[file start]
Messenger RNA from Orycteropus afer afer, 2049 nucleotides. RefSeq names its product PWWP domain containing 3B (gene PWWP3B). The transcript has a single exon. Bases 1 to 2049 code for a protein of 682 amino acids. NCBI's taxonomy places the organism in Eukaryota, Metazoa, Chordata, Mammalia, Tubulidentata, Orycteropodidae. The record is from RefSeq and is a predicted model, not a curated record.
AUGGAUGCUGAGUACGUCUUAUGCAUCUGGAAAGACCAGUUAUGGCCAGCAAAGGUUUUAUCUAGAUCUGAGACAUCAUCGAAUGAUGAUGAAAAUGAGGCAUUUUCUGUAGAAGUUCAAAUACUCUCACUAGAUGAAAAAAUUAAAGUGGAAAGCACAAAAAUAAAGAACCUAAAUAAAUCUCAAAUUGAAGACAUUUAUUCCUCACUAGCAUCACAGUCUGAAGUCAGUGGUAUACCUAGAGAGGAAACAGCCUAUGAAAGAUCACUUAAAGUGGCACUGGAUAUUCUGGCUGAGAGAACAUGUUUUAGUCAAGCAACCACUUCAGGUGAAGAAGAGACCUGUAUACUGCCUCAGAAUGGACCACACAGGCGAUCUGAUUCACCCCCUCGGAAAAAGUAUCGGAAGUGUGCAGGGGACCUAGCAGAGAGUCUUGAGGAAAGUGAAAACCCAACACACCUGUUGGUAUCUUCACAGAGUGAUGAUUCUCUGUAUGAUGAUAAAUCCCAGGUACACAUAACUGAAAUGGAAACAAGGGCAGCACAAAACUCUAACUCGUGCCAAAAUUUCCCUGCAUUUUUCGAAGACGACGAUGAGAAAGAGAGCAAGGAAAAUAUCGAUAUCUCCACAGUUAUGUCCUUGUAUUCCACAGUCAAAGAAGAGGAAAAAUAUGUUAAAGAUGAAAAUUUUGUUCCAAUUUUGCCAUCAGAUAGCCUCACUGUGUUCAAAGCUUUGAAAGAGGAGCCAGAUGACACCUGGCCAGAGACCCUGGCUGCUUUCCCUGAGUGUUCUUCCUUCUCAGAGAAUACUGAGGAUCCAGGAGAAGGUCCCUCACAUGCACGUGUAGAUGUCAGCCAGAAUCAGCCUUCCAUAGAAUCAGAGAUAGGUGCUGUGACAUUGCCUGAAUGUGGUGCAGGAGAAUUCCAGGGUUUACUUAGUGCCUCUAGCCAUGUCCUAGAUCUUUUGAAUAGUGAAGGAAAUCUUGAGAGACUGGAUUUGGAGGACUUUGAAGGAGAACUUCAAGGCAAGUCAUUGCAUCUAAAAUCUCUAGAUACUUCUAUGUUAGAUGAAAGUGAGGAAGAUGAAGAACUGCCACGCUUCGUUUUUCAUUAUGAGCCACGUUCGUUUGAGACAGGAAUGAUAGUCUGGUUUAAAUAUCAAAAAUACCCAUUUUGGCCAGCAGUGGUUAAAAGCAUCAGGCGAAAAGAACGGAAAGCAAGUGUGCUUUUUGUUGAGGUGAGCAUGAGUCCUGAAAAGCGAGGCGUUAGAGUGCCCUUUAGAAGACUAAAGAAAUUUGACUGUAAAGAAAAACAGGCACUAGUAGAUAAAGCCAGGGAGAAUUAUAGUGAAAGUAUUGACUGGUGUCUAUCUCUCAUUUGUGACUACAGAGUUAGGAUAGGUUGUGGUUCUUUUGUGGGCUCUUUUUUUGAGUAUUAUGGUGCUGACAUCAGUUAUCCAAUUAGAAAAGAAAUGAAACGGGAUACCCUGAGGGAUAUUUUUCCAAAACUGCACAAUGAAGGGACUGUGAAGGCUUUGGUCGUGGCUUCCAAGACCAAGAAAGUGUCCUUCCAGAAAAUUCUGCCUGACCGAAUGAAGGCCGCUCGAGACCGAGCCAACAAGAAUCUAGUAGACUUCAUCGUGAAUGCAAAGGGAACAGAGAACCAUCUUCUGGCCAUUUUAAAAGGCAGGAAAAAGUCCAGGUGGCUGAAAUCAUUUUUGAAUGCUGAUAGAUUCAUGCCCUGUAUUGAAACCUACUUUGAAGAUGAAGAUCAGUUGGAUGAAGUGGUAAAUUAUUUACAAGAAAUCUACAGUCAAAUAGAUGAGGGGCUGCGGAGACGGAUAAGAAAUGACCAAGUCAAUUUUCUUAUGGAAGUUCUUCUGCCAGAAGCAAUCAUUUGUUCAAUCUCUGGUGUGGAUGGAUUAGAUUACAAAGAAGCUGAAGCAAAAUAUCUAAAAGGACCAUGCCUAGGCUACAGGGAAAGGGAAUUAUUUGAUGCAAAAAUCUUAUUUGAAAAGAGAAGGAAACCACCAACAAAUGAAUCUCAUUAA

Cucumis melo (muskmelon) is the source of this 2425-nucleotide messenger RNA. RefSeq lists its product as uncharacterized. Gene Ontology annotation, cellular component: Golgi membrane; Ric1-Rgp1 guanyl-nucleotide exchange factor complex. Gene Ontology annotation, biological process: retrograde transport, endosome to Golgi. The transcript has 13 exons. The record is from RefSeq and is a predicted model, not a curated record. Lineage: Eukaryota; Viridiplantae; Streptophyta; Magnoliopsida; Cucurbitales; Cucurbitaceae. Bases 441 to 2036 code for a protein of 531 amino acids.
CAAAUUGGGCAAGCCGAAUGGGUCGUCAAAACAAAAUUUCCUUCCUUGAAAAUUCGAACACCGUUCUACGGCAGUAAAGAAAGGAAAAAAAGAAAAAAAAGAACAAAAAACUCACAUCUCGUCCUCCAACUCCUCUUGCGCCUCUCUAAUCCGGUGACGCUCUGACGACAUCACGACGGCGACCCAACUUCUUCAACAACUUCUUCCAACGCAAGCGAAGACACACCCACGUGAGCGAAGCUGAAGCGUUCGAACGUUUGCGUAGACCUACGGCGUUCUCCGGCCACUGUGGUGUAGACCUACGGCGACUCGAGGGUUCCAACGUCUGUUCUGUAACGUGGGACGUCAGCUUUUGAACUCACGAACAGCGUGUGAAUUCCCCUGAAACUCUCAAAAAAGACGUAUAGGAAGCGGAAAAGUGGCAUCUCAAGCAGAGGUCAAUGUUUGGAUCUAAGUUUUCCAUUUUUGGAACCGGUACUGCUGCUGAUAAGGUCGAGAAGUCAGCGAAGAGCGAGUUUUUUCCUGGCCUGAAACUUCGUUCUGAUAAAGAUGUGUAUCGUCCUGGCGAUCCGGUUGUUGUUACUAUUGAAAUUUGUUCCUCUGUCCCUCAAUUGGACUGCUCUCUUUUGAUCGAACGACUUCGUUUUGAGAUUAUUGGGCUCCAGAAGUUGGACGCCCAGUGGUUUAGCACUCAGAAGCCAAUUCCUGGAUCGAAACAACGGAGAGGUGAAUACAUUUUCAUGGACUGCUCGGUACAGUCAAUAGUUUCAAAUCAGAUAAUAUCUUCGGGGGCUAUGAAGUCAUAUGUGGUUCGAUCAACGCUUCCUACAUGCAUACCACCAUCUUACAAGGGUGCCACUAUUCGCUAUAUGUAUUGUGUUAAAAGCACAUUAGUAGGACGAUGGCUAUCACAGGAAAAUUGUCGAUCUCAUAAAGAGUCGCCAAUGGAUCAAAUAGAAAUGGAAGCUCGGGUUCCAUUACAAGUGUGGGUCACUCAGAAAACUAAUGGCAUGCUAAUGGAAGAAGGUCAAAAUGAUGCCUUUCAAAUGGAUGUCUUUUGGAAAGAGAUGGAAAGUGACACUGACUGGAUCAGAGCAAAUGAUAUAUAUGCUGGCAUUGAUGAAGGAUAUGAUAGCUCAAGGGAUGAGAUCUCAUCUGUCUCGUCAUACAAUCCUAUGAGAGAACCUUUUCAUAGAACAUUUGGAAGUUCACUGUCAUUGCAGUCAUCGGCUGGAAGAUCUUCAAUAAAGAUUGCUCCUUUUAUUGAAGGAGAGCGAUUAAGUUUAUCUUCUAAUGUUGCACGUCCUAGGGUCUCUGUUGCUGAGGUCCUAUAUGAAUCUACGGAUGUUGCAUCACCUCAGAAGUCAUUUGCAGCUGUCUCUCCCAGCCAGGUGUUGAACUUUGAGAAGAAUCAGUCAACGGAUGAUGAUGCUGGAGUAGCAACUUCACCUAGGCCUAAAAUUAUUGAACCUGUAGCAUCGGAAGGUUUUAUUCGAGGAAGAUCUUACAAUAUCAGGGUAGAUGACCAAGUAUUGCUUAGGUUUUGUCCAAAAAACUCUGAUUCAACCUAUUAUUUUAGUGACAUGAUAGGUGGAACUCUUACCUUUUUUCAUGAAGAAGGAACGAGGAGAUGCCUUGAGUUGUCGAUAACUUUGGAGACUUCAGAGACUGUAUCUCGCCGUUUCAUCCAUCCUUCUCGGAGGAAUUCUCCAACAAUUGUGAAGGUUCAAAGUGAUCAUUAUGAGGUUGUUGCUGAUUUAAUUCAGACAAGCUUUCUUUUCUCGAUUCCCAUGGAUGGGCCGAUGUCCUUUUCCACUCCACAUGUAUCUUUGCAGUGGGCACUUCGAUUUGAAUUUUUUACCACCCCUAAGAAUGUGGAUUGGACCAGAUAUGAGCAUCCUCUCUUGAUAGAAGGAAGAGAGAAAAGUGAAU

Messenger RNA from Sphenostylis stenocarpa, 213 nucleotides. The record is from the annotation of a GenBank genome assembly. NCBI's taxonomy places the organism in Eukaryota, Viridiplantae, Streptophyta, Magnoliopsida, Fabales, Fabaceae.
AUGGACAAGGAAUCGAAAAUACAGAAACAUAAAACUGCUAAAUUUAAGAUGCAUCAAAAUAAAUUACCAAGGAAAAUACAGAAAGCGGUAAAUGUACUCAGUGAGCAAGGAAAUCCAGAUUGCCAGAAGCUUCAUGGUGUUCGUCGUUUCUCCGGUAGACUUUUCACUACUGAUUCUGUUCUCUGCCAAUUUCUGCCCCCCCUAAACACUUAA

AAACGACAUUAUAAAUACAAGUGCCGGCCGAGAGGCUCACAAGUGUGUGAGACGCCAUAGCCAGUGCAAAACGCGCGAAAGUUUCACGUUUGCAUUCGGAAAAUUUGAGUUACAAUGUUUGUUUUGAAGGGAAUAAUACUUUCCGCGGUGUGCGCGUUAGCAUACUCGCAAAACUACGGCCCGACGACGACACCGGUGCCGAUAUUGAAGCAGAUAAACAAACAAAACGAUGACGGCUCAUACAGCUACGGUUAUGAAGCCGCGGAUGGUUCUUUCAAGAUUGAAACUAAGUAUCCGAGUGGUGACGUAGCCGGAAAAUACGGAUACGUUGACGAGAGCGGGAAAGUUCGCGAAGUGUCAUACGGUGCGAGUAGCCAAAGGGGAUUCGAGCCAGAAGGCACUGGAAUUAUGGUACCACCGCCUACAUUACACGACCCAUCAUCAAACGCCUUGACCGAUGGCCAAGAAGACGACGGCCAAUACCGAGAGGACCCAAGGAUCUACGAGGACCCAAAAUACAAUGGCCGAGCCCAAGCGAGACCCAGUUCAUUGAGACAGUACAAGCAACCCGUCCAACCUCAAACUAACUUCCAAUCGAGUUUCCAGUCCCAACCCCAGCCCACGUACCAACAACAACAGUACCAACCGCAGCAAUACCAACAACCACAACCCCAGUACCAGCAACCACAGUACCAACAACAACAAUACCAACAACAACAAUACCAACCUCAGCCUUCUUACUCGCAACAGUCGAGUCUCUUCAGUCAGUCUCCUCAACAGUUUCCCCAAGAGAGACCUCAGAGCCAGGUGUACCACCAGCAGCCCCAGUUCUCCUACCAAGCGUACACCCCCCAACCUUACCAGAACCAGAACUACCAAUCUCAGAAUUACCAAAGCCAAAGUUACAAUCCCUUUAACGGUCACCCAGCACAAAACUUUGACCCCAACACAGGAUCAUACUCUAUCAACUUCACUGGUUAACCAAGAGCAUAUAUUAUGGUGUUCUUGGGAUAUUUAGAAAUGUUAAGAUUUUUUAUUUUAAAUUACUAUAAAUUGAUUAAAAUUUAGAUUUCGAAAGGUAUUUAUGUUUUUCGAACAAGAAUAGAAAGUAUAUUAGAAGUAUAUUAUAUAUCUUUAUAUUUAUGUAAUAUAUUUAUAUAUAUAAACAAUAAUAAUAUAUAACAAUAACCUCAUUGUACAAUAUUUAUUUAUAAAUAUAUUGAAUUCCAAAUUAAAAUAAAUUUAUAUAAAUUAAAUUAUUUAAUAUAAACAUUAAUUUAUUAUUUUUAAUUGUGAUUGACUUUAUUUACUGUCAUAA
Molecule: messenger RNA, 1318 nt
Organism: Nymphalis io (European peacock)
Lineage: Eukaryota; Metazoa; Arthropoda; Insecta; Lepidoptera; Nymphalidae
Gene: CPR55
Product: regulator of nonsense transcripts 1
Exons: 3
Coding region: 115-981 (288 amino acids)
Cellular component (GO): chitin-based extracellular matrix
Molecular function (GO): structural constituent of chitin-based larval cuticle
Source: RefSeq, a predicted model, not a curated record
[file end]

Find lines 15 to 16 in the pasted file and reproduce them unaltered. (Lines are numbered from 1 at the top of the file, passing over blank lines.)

Cellular component (GO): chitin-based extracellular matrix
Molecular function (GO): structural constituent of chitin-based larval cuticle